HP gains from just a valve job?

Discussion in 'High Performance Modifications' started by need-for-speed, Oct 17, 2017.

  1. myu

    myu New Member

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    Dec 9, 2017
    Ticino, Switzerland
    In my opinion, a 3 angle valve job create more power for two main reasons:
    1) you have modified the total timing of intake and exhaust: they "open" earlier, and they close "later" ( ---> the opening and closing timing is done by the camshaft, but the angle job increase the opening/closing time, so you have more 'gap' ---> more flow for the same lift)
    2) more flow because the pipeline had now a better design.

    I'm pretty shure that a good valve design affected the resonance inside the intake/exhaust pipeline, assuming that those pipelines are from the end of intake manifold to the 'top' of the valve, and from the exhaust valve top to the start of the exhaust manifold. ( chosen because the 'change' of section)
    [​IMG]
    [note: velocity, area, vol, and length are metric..]

    that's formula for helmholtz resonance, that's pretty good for dinamically supercharge any engine (peak of 14 psi in rallyes airbox).
    Anybody had done some math about that?
    Pro, cons?

    Myu
     
  2. camaro71/holland

    camaro71/holland Veteran Member

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    Aug 27, 2003
    The Netherlands
    Must say that I don't understand and/or agree with your first point. Can't see the connection between a valve job and opening/closing time of a valve.

    What you can achieve, is improve the ability for the mixture to turn around the valve. Air doesn't like to turn more than 15°. Hence the valve/throat angles of 30/45/60 degrees....

    Too much work to seat can lead to vale sitting too deep in the seat/head and hurting flow.

    Just to give an idea where most gain can be achieved = where the effort should go to and in what order:

    0210hpp_flow04.jpg
     
  3. myu

    myu New Member

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    Dec 9, 2017
    Ticino, Switzerland
    thanks for the schematic, pretty interesting.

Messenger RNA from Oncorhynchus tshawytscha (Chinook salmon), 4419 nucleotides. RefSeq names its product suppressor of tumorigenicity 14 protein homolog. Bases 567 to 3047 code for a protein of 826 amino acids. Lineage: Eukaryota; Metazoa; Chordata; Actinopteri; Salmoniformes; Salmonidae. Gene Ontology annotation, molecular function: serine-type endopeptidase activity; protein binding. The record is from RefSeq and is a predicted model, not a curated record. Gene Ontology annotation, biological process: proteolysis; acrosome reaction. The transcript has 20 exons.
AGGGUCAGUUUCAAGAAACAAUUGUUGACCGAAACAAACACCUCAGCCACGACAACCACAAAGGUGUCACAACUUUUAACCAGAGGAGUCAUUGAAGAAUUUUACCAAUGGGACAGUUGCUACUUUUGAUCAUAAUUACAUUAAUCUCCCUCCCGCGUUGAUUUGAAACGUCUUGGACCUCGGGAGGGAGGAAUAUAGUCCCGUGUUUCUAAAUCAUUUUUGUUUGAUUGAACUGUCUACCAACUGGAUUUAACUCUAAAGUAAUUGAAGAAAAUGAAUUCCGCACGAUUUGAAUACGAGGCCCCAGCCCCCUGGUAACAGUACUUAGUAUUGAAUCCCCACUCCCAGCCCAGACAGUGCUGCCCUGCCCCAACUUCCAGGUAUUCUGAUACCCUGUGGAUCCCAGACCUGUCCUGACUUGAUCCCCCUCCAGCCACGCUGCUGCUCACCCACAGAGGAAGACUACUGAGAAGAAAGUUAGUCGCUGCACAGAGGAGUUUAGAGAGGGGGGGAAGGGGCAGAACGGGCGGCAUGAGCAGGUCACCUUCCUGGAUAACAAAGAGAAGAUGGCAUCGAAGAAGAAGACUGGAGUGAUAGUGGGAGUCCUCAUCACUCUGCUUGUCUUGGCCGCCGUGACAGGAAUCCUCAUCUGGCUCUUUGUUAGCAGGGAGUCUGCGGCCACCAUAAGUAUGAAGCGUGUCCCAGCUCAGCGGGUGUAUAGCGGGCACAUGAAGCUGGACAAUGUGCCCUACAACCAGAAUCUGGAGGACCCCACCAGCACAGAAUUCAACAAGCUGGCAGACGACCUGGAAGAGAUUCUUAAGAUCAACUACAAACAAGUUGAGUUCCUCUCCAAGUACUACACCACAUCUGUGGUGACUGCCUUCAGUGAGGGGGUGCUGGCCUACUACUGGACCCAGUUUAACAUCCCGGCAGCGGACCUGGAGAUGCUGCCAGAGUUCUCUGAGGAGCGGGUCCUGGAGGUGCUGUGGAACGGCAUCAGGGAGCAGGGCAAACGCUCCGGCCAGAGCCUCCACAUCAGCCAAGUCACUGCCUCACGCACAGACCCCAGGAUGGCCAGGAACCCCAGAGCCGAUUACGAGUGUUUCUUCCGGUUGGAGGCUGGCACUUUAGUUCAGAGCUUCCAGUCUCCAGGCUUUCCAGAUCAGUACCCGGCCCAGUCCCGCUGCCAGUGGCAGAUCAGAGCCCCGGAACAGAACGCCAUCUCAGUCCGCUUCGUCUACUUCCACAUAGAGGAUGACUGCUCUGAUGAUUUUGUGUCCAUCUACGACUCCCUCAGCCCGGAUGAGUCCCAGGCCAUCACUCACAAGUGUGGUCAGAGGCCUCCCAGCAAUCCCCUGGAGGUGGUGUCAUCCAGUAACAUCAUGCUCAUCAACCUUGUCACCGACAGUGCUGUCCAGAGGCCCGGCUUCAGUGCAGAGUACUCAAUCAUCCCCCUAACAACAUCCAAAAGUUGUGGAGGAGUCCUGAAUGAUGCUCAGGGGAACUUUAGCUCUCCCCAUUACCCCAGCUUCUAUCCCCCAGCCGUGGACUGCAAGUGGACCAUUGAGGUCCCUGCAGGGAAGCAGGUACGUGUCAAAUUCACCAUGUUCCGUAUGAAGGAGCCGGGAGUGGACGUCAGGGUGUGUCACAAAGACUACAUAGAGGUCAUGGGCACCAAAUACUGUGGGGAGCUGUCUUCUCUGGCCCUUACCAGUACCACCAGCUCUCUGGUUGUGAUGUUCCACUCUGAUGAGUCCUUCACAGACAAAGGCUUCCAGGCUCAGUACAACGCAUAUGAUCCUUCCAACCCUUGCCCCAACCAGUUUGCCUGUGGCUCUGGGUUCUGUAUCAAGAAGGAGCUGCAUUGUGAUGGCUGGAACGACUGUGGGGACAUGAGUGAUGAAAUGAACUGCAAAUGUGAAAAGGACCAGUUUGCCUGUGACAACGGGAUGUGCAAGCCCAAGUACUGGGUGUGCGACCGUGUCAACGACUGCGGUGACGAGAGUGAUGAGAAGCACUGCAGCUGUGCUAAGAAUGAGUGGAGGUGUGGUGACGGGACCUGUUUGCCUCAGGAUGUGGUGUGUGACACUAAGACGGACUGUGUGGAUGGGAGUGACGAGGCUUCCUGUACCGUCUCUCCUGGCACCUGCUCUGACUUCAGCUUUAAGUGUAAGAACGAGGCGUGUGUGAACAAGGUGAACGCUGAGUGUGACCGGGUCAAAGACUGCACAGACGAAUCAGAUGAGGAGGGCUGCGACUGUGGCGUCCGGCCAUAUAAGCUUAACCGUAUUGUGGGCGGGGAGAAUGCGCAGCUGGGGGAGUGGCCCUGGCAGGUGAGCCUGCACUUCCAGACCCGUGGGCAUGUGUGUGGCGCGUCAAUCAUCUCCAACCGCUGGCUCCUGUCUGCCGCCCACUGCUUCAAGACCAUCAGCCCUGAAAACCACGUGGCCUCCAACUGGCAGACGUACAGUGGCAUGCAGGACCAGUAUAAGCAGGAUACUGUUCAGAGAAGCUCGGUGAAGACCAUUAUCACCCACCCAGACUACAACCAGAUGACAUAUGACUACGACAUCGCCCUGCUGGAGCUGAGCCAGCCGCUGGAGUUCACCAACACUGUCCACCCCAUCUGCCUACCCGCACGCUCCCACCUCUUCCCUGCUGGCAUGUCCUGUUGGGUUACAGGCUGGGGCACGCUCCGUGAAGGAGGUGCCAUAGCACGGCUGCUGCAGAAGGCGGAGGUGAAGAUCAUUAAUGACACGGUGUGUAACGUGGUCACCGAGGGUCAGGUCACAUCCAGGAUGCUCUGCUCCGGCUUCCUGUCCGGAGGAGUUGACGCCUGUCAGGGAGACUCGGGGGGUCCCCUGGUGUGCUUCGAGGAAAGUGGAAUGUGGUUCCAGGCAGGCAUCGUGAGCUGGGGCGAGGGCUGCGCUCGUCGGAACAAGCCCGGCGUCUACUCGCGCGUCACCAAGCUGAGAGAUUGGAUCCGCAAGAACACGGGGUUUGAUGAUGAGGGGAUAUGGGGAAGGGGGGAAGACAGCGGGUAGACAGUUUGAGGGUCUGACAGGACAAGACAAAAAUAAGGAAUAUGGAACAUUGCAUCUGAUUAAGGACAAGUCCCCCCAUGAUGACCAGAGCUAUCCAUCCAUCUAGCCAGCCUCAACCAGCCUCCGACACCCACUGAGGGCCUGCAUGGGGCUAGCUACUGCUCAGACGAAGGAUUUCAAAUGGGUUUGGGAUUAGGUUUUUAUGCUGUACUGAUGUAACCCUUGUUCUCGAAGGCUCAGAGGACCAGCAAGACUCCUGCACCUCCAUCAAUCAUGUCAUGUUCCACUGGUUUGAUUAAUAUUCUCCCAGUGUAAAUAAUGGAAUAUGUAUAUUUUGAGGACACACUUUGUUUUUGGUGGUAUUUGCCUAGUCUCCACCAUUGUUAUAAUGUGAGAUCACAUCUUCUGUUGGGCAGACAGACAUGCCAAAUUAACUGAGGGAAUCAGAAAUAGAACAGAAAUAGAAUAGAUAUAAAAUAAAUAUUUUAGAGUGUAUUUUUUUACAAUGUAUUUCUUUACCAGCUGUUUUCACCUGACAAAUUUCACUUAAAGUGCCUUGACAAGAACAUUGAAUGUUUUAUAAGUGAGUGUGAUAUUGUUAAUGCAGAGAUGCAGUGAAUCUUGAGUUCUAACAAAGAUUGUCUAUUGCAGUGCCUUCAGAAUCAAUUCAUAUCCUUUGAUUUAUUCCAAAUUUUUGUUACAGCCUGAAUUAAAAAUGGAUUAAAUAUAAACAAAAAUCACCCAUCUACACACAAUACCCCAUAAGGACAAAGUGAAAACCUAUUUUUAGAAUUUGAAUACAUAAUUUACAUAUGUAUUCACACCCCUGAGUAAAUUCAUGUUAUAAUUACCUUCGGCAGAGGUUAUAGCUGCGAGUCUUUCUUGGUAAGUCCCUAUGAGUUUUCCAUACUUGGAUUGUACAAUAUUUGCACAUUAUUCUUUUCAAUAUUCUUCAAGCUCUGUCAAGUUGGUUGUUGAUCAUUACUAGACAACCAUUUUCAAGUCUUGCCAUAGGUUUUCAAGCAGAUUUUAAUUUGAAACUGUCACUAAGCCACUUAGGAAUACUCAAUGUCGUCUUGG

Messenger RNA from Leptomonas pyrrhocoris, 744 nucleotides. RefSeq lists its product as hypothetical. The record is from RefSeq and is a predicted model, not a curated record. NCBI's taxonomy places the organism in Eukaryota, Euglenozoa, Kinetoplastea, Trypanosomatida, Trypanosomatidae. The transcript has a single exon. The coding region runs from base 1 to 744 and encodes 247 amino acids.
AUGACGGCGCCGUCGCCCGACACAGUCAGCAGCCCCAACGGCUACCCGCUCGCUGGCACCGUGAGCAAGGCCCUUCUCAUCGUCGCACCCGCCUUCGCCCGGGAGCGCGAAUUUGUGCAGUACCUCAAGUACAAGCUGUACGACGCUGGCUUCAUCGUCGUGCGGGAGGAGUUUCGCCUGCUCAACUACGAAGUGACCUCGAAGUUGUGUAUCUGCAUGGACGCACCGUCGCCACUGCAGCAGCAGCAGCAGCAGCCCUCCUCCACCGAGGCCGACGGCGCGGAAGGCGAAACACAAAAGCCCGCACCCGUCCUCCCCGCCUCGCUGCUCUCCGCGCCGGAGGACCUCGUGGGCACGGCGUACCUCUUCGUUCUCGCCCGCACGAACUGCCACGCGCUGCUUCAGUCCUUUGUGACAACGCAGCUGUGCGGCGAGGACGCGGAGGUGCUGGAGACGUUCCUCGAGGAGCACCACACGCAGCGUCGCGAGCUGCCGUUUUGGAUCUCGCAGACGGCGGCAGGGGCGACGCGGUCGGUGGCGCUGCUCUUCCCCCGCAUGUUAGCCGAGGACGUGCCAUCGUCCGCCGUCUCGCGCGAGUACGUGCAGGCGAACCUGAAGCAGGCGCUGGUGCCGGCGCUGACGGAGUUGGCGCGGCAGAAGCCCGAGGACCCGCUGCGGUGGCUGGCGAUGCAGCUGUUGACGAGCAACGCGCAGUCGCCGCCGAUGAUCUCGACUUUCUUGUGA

what i mean, in the first point is that an angle job at the same lift increase the total area were the air/fuel mix can cross, so quite similar to a bigger duration cam. of course the opening/closing timing is given only by the camshaft (as mentioned in the previous post).


    for the 15° gaps i trust you ( when a thing work: it works.), but i'm pretty shure about resonance (and coanda: that's one could explain your 15° 'gap') effects.

    (--> excuse me for some errors in the language)
     
    Last edited: Dec 10, 2017
  4. camaro71/holland

    camaro71/holland Veteran Member

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    Aug 27, 2003
    The Netherlands
    I think here it is where you make the mistake. By performing a valve job, you don't chage the area the mixture can pass.
    You simply improve the path for air/mixture it has to pass.
    Like I said before, 15 degrees is the max air will change in direction. Thst's why you see the common angles change by no more than 15 deg. When you undercut the valves, you grind part of the valve to 30 deg, because it goes over in the valve seat which is 45 degrees, a change of....
    But you don't enlarge/increase the area. You can only achieve this at the valve, by putting a bigger valve in the head.
     
  5. myu

    myu New Member

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    Dec 9, 2017
    Ticino, Switzerland
    [​IMG]
    Just taken that picture from google (credits: john maher racing)

    If you cut (keep it simple) a 30° on the top of a valve (backcut right?), and you don't add material to te seat of the valve, you increase automatically the area where the flow can cross (the seat in this picture i suppose is the same 45° as the middle angle job): where you have done the cut simply you have removed material, so when the valve is pushed you don't have a 45° valve angle on 45° angle seat surface, but a 30°angle on 45°. so that it's a difference in volume -> difference in cross area for the flow.
    the diameter at the top of 30° is not the same if the angle was 45° (as in origin).
    that modifiy the pressure/vacuum diagram of few deegres in opening and closure drop.
    with a seat on 60° opposite to the 30° backcut, same stuff, section area increased for the same lift.

    [ finally a forum where we can talk about engine improvments from the concept how do the job! thanks!]
     
  6. Mwilson

    Mwilson Veteran Member

    does not change the timing it does change air flow at given lift
     
  7. myu

    myu New Member

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    Dec 9, 2017
    Ticino, Switzerland
    and what about hollow valves with/without (already seen empty on admission !!) sodium? never head on sbc, but pretty good for high revving engines..
     
  8. 1980RS

    1980RS Veteran Member

    1,670
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    Jun 17, 2006
    MN
    The hollow and sodium valves are very expensive. I have a set for my large port Vortec heads and the valves are worth more than the castings. Last I checked they were like close to $1100 with the exhaust being $98 each alone. You don't need them for the street.
     
  9. Titan77

    Titan77 New Member

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    Feb 18, 2014
    Vancouver, WA
    Thaler a look at Skip White Performance. skipwhiteperformance.com. They have a couple different fully assembled aluminum head options for under $1000 with different options for hydraulic roller or regular hydraulic lifter setups
     
    need-for-speed likes this.

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